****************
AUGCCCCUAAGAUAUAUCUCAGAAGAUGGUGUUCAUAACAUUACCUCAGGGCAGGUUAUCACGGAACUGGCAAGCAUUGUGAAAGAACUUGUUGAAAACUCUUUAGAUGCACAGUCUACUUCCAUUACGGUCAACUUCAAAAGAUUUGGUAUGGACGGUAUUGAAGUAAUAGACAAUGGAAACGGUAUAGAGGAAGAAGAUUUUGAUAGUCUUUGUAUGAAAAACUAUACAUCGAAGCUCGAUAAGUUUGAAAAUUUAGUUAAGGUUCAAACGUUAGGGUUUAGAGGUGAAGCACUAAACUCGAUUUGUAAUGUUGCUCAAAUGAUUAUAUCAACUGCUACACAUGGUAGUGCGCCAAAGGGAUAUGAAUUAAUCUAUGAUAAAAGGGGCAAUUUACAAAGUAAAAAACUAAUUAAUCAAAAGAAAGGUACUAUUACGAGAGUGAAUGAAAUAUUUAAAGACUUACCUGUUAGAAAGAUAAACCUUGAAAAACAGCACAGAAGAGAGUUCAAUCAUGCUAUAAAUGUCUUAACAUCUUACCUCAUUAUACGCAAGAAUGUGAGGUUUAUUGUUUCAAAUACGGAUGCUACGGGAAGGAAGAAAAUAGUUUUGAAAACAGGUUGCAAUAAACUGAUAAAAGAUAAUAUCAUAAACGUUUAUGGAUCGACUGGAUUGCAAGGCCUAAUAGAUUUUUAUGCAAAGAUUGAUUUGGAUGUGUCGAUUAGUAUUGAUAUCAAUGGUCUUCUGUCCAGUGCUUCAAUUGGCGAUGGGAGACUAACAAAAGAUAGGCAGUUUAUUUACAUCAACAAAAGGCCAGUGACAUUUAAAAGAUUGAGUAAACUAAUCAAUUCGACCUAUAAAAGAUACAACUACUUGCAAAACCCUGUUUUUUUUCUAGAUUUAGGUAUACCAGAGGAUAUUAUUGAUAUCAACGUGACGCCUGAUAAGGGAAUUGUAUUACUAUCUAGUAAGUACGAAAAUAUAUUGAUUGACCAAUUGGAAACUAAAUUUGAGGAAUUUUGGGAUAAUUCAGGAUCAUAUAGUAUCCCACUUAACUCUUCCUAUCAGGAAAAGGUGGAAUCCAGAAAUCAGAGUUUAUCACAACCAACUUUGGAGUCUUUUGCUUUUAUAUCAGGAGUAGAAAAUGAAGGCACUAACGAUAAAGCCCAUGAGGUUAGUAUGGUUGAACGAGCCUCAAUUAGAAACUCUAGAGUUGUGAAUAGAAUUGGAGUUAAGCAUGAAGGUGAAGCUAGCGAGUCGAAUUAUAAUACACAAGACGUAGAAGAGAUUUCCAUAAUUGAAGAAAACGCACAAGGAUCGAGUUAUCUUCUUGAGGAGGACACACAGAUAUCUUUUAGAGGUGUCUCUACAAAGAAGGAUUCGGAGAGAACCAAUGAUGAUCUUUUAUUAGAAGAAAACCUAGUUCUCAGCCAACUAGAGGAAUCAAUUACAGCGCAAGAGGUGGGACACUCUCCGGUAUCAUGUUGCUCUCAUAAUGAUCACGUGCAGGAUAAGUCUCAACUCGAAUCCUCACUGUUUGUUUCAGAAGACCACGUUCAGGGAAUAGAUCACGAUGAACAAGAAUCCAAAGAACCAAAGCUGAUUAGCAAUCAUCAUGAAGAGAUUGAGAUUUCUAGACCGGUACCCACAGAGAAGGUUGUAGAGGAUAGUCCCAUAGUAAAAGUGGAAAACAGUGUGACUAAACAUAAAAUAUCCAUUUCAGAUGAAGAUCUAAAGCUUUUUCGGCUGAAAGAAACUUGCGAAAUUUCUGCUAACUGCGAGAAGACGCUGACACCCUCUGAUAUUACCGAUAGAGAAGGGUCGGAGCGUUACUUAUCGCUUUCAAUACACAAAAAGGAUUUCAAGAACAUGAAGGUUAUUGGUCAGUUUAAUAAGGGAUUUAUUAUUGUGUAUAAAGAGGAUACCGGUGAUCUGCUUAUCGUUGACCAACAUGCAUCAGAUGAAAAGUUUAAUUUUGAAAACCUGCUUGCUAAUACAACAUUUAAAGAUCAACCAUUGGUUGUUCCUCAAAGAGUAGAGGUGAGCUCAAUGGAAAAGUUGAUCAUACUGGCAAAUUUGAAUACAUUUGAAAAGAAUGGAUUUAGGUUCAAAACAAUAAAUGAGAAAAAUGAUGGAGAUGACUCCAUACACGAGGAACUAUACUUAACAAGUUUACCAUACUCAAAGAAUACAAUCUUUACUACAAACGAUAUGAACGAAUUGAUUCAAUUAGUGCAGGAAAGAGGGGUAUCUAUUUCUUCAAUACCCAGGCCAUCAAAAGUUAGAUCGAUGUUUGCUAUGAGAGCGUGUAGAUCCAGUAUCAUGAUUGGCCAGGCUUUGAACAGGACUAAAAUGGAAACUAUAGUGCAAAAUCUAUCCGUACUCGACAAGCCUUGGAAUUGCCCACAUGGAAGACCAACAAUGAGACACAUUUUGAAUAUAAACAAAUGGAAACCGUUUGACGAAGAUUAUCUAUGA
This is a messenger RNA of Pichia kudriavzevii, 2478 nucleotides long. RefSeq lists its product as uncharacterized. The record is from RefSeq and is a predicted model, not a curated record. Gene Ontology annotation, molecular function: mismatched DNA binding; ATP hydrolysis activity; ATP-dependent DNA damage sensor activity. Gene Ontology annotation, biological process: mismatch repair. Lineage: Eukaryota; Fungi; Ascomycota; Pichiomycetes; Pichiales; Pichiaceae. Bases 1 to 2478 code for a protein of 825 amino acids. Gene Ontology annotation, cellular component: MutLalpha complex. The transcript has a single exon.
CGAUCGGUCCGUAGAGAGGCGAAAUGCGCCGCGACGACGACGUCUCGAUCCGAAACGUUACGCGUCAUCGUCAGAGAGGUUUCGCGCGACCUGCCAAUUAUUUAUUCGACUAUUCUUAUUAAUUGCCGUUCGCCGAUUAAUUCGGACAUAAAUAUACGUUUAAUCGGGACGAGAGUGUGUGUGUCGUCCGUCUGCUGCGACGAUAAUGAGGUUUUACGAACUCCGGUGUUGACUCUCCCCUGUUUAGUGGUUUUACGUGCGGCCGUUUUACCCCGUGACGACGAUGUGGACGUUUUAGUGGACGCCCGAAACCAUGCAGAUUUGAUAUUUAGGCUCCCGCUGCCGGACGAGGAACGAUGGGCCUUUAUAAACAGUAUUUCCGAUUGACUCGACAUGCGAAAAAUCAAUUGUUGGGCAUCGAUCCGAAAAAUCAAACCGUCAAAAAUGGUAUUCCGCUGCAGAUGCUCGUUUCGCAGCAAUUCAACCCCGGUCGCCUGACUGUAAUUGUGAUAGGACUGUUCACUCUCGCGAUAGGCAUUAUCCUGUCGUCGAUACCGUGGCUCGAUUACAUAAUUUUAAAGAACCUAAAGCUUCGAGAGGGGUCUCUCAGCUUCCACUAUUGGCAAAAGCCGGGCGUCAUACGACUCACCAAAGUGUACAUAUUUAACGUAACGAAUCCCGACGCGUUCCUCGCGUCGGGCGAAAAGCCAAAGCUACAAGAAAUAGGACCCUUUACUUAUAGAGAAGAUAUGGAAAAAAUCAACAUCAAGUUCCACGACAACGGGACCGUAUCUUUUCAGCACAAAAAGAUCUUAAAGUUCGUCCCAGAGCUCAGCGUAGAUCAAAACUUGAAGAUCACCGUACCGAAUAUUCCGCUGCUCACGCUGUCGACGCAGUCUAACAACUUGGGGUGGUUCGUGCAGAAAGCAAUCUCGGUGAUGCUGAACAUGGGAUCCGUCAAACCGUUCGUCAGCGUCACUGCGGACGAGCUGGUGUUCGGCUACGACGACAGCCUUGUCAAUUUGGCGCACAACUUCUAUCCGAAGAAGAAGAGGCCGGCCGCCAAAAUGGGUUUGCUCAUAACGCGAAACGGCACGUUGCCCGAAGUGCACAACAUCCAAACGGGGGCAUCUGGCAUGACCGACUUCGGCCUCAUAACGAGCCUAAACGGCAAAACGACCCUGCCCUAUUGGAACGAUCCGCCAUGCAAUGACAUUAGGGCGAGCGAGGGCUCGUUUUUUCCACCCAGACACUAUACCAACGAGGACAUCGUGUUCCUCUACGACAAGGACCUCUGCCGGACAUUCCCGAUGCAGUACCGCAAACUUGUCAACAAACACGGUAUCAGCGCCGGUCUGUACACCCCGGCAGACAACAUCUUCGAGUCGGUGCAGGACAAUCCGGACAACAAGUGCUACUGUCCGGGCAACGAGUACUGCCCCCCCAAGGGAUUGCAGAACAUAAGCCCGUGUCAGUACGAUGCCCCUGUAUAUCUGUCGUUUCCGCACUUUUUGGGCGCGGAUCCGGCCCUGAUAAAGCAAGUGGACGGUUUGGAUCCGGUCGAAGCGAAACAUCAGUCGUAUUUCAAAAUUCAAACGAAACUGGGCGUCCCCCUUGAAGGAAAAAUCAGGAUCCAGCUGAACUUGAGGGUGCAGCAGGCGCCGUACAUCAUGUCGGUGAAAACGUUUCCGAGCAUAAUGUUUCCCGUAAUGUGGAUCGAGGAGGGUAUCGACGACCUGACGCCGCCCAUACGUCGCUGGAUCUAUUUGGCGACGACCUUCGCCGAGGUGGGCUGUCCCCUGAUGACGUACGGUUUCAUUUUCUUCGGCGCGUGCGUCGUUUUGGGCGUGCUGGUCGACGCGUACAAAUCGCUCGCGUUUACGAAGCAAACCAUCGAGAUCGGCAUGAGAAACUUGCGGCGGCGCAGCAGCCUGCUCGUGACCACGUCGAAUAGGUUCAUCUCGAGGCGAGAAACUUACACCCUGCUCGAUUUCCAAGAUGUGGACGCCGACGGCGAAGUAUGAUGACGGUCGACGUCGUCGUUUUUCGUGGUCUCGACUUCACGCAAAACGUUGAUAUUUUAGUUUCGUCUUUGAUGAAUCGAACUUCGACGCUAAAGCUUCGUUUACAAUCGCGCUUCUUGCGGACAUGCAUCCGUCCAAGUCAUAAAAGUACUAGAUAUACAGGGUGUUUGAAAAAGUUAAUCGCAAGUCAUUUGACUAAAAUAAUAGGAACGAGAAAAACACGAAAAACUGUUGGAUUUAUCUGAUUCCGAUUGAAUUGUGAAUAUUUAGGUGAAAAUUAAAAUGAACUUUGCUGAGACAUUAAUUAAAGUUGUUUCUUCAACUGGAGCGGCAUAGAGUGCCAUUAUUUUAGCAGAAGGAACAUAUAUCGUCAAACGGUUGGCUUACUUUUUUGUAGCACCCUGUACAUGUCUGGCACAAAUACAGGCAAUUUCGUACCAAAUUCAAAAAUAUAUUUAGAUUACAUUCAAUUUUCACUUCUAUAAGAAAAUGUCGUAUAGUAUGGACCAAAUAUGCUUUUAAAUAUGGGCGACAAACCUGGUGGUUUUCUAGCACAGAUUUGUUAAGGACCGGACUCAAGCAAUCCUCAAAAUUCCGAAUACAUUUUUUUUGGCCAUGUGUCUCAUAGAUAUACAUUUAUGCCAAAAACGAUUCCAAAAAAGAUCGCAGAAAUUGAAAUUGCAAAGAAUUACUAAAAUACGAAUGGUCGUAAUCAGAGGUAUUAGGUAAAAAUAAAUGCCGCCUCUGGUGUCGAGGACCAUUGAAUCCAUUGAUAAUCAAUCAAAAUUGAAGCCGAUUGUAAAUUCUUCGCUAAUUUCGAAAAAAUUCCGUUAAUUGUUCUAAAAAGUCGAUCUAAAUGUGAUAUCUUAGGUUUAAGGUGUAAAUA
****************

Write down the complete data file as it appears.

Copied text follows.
AUGCCCCUAAGAUAUAUCUCAGAAGAUGGUGUUCAUAACAUUACCUCAGGGCAGGUUAUCACGGAACUGGCAAGCAUUGUGAAAGAACUUGUUGAAAACUCUUUAGAUGCACAGUCUACUUCCAUUACGGUCAACUUCAAAAGAUUUGGUAUGGACGGUAUUGAAGUAAUAGACAAUGGAAACGGUAUAGAGGAAGAAGAUUUUGAUAGUCUUUGUAUGAAAAACUAUACAUCGAAGCUCGAUAAGUUUGAAAAUUUAGUUAAGGUUCAAACGUUAGGGUUUAGAGGUGAAGCACUAAACUCGAUUUGUAAUGUUGCUCAAAUGAUUAUAUCAACUGCUACACAUGGUAGUGCGCCAAAGGGAUAUGAAUUAAUCUAUGAUAAAAGGGGCAAUUUACAAAGUAAAAAACUAAUUAAUCAAAAGAAAGGUACUAUUACGAGAGUGAAUGAAAUAUUUAAAGACUUACCUGUUAGAAAGAUAAACCUUGAAAAACAGCACAGAAGAGAGUUCAAUCAUGCUAUAAAUGUCUUAACAUCUUACCUCAUUAUACGCAAGAAUGUGAGGUUUAUUGUUUCAAAUACGGAUGCUACGGGAAGGAAGAAAAUAGUUUUGAAAACAGGUUGCAAUAAACUGAUAAAAGAUAAUAUCAUAAACGUUUAUGGAUCGACUGGAUUGCAAGGCCUAAUAGAUUUUUAUGCAAAGAUUGAUUUGGAUGUGUCGAUUAGUAUUGAUAUCAAUGGUCUUCUGUCCAGUGCUUCAAUUGGCGAUGGGAGACUAACAAAAGAUAGGCAGUUUAUUUACAUCAACAAAAGGCCAGUGACAUUUAAAAGAUUGAGUAAACUAAUCAAUUCGACCUAUAAAAGAUACAACUACUUGCAAAACCCUGUUUUUUUUCUAGAUUUAGGUAUACCAGAGGAUAUUAUUGAUAUCAACGUGACGCCUGAUAAGGGAAUUGUAUUACUAUCUAGUAAGUACGAAAAUAUAUUGAUUGACCAAUUGGAAACUAAAUUUGAGGAAUUUUGGGAUAAUUCAGGAUCAUAUAGUAUCCCACUUAACUCUUCCUAUCAGGAAAAGGUGGAAUCCAGAAAUCAGAGUUUAUCACAACCAACUUUGGAGUCUUUUGCUUUUAUAUCAGGAGUAGAAAAUGAAGGCACUAACGAUAAAGCCCAUGAGGUUAGUAUGGUUGAACGAGCCUCAAUUAGAAACUCUAGAGUUGUGAAUAGAAUUGGAGUUAAGCAUGAAGGUGAAGCUAGCGAGUCGAAUUAUAAUACACAAGACGUAGAAGAGAUUUCCAUAAUUGAAGAAAACGCACAAGGAUCGAGUUAUCUUCUUGAGGAGGACACACAGAUAUCUUUUAGAGGUGUCUCUACAAAGAAGGAUUCGGAGAGAACCAAUGAUGAUCUUUUAUUAGAAGAAAACCUAGUUCUCAGCCAACUAGAGGAAUCAAUUACAGCGCAAGAGGUGGGACACUCUCCGGUAUCAUGUUGCUCUCAUAAUGAUCACGUGCAGGAUAAGUCUCAACUCGAAUCCUCACUGUUUGUUUCAGAAGACCACGUUCAGGGAAUAGAUCACGAUGAACAAGAAUCCAAAGAACCAAAGCUGAUUAGCAAUCAUCAUGAAGAGAUUGAGAUUUCUAGACCGGUACCCACAGAGAAGGUUGUAGAGGAUAGUCCCAUAGUAAAAGUGGAAAACAGUGUGACUAAACAUAAAAUAUCCAUUUCAGAUGAAGAUCUAAAGCUUUUUCGGCUGAAAGAAACUUGCGAAAUUUCUGCUAACUGCGAGAAGACGCUGACACCCUCUGAUAUUACCGAUAGAGAAGGGUCGGAGCGUUACUUAUCGCUUUCAAUACACAAAAAGGAUUUCAAGAACAUGAAGGUUAUUGGUCAGUUUAAUAAGGGAUUUAUUAUUGUGUAUAAAGAGGAUACCGGUGAUCUGCUUAUCGUUGACCAACAUGCAUCAGAUGAAAAGUUUAAUUUUGAAAACCUGCUUGCUAAUACAACAUUUAAAGAUCAACCAUUGGUUGUUCCUCAAAGAGUAGAGGUGAGCUCAAUGGAAAAGUUGAUCAUACUGGCAAAUUUGAAUACAUUUGAAAAGAAUGGAUUUAGGUUCAAAACAAUAAAUGAGAAAAAUGAUGGAGAUGACUCCAUACACGAGGAACUAUACUUAACAAGUUUACCAUACUCAAAGAAUACAAUCUUUACUACAAACGAUAUGAACGAAUUGAUUCAAUUAGUGCAGGAAAGAGGGGUAUCUAUUUCUUCAAUACCCAGGCCAUCAAAAGUUAGAUCGAUGUUUGCUAUGAGAGCGUGUAGAUCCAGUAUCAUGAUUGGCCAGGCUUUGAACAGGACUAAAAUGGAAACUAUAGUGCAAAAUCUAUCCGUACUCGACAAGCCUUGGAAUUGCCCACAUGGAAGACCAACAAUGAGACACAUUUUGAAUAUAAACAAAUGGAAACCGUUUGACGAAGAUUAUCUAUGA
This is a messenger RNA of Pichia kudriavzevii, 2478 nucleotides long. RefSeq lists its product as uncharacterized. The record is from RefSeq and is a predicted model, not a curated record. Gene Ontology annotation, molecular function: mismatched DNA binding; ATP hydrolysis activity; ATP-dependent DNA damage sensor activity. Gene Ontology annotation, biological process: mismatch repair. Lineage: Eukaryota; Fungi; Ascomycota; Pichiomycetes; Pichiales; Pichiaceae. Bases 1 to 2478 code for a protein of 825 amino acids. Gene Ontology annotation, cellular component: MutLalpha complex. The transcript has a single exon.
CGAUCGGUCCGUAGAGAGGCGAAAUGCGCCGCGACGACGACGUCUCGAUCCGAAACGUUACGCGUCAUCGUCAGAGAGGUUUCGCGCGACCUGCCAAUUAUUUAUUCGACUAUUCUUAUUAAUUGCCGUUCGCCGAUUAAUUCGGACAUAAAUAUACGUUUAAUCGGGACGAGAGUGUGUGUGUCGUCCGUCUGCUGCGACGAUAAUGAGGUUUUACGAACUCCGGUGUUGACUCUCCCCUGUUUAGUGGUUUUACGUGCGGCCGUUUUACCCCGUGACGACGAUGUGGACGUUUUAGUGGACGCCCGAAACCAUGCAGAUUUGAUAUUUAGGCUCCCGCUGCCGGACGAGGAACGAUGGGCCUUUAUAAACAGUAUUUCCGAUUGACUCGACAUGCGAAAAAUCAAUUGUUGGGCAUCGAUCCGAAAAAUCAAACCGUCAAAAAUGGUAUUCCGCUGCAGAUGCUCGUUUCGCAGCAAUUCAACCCCGGUCGCCUGACUGUAAUUGUGAUAGGACUGUUCACUCUCGCGAUAGGCAUUAUCCUGUCGUCGAUACCGUGGCUCGAUUACAUAAUUUUAAAGAACCUAAAGCUUCGAGAGGGGUCUCUCAGCUUCCACUAUUGGCAAAAGCCGGGCGUCAUACGACUCACCAAAGUGUACAUAUUUAACGUAACGAAUCCCGACGCGUUCCUCGCGUCGGGCGAAAAGCCAAAGCUACAAGAAAUAGGACCCUUUACUUAUAGAGAAGAUAUGGAAAAAAUCAACAUCAAGUUCCACGACAACGGGACCGUAUCUUUUCAGCACAAAAAGAUCUUAAAGUUCGUCCCAGAGCUCAGCGUAGAUCAAAACUUGAAGAUCACCGUACCGAAUAUUCCGCUGCUCACGCUGUCGACGCAGUCUAACAACUUGGGGUGGUUCGUGCAGAAAGCAAUCUCGGUGAUGCUGAACAUGGGAUCCGUCAAACCGUUCGUCAGCGUCACUGCGGACGAGCUGGUGUUCGGCUACGACGACAGCCUUGUCAAUUUGGCGCACAACUUCUAUCCGAAGAAGAAGAGGCCGGCCGCCAAAAUGGGUUUGCUCAUAACGCGAAACGGCACGUUGCCCGAAGUGCACAACAUCCAAACGGGGGCAUCUGGCAUGACCGACUUCGGCCUCAUAACGAGCCUAAACGGCAAAACGACCCUGCCCUAUUGGAACGAUCCGCCAUGCAAUGACAUUAGGGCGAGCGAGGGCUCGUUUUUUCCACCCAGACACUAUACCAACGAGGACAUCGUGUUCCUCUACGACAAGGACCUCUGCCGGACAUUCCCGAUGCAGUACCGCAAACUUGUCAACAAACACGGUAUCAGCGCCGGUCUGUACACCCCGGCAGACAACAUCUUCGAGUCGGUGCAGGACAAUCCGGACAACAAGUGCUACUGUCCGGGCAACGAGUACUGCCCCCCCAAGGGAUUGCAGAACAUAAGCCCGUGUCAGUACGAUGCCCCUGUAUAUCUGUCGUUUCCGCACUUUUUGGGCGCGGAUCCGGCCCUGAUAAAGCAAGUGGACGGUUUGGAUCCGGUCGAAGCGAAACAUCAGUCGUAUUUCAAAAUUCAAACGAAACUGGGCGUCCCCCUUGAAGGAAAAAUCAGGAUCCAGCUGAACUUGAGGGUGCAGCAGGCGCCGUACAUCAUGUCGGUGAAAACGUUUCCGAGCAUAAUGUUUCCCGUAAUGUGGAUCGAGGAGGGUAUCGACGACCUGACGCCGCCCAUACGUCGCUGGAUCUAUUUGGCGACGACCUUCGCCGAGGUGGGCUGUCCCCUGAUGACGUACGGUUUCAUUUUCUUCGGCGCGUGCGUCGUUUUGGGCGUGCUGGUCGACGCGUACAAAUCGCUCGCGUUUACGAAGCAAACCAUCGAGAUCGGCAUGAGAAACUUGCGGCGGCGCAGCAGCCUGCUCGUGACCACGUCGAAUAGGUUCAUCUCGAGGCGAGAAACUUACACCCUGCUCGAUUUCCAAGAUGUGGACGCCGACGGCGAAGUAUGAUGACGGUCGACGUCGUCGUUUUUCGUGGUCUCGACUUCACGCAAAACGUUGAUAUUUUAGUUUCGUCUUUGAUGAAUCGAACUUCGACGCUAAAGCUUCGUUUACAAUCGCGCUUCUUGCGGACAUGCAUCCGUCCAAGUCAUAAAAGUACUAGAUAUACAGGGUGUUUGAAAAAGUUAAUCGCAAGUCAUUUGACUAAAAUAAUAGGAACGAGAAAAACACGAAAAACUGUUGGAUUUAUCUGAUUCCGAUUGAAUUGUGAAUAUUUAGGUGAAAAUUAAAAUGAACUUUGCUGAGACAUUAAUUAAAGUUGUUUCUUCAACUGGAGCGGCAUAGAGUGCCAUUAUUUUAGCAGAAGGAACAUAUAUCGUCAAACGGUUGGCUUACUUUUUUGUAGCACCCUGUACAUGUCUGGCACAAAUACAGGCAAUUUCGUACCAAAUUCAAAAAUAUAUUUAGAUUACAUUCAAUUUUCACUUCUAUAAGAAAAUGUCGUAUAGUAUGGACCAAAUAUGCUUUUAAAUAUGGGCGACAAACCUGGUGGUUUUCUAGCACAGAUUUGUUAAGGACCGGACUCAAGCAAUCCUCAAAAUUCCGAAUACAUUUUUUUUGGCCAUGUGUCUCAUAGAUAUACAUUUAUGCCAAAAACGAUUCCAAAAAAGAUCGCAGAAAUUGAAAUUGCAAAGAAUUACUAAAAUACGAAUGGUCGUAAUCAGAGGUAUUAGGUAAAAAUAAAUGCCGCCUCUGGUGUCGAGGACCAUUGAAUCCAUUGAUAAUCAAUCAAAAUUGAAGCCGAUUGUAAAUUCUUCGCUAAUUUCGAAAAAAUUCCGUUAAUUGUUCUAAAAAGUCGAUCUAAAUGUGAUAUCUUAGGUUUAAGGUGUAAAUA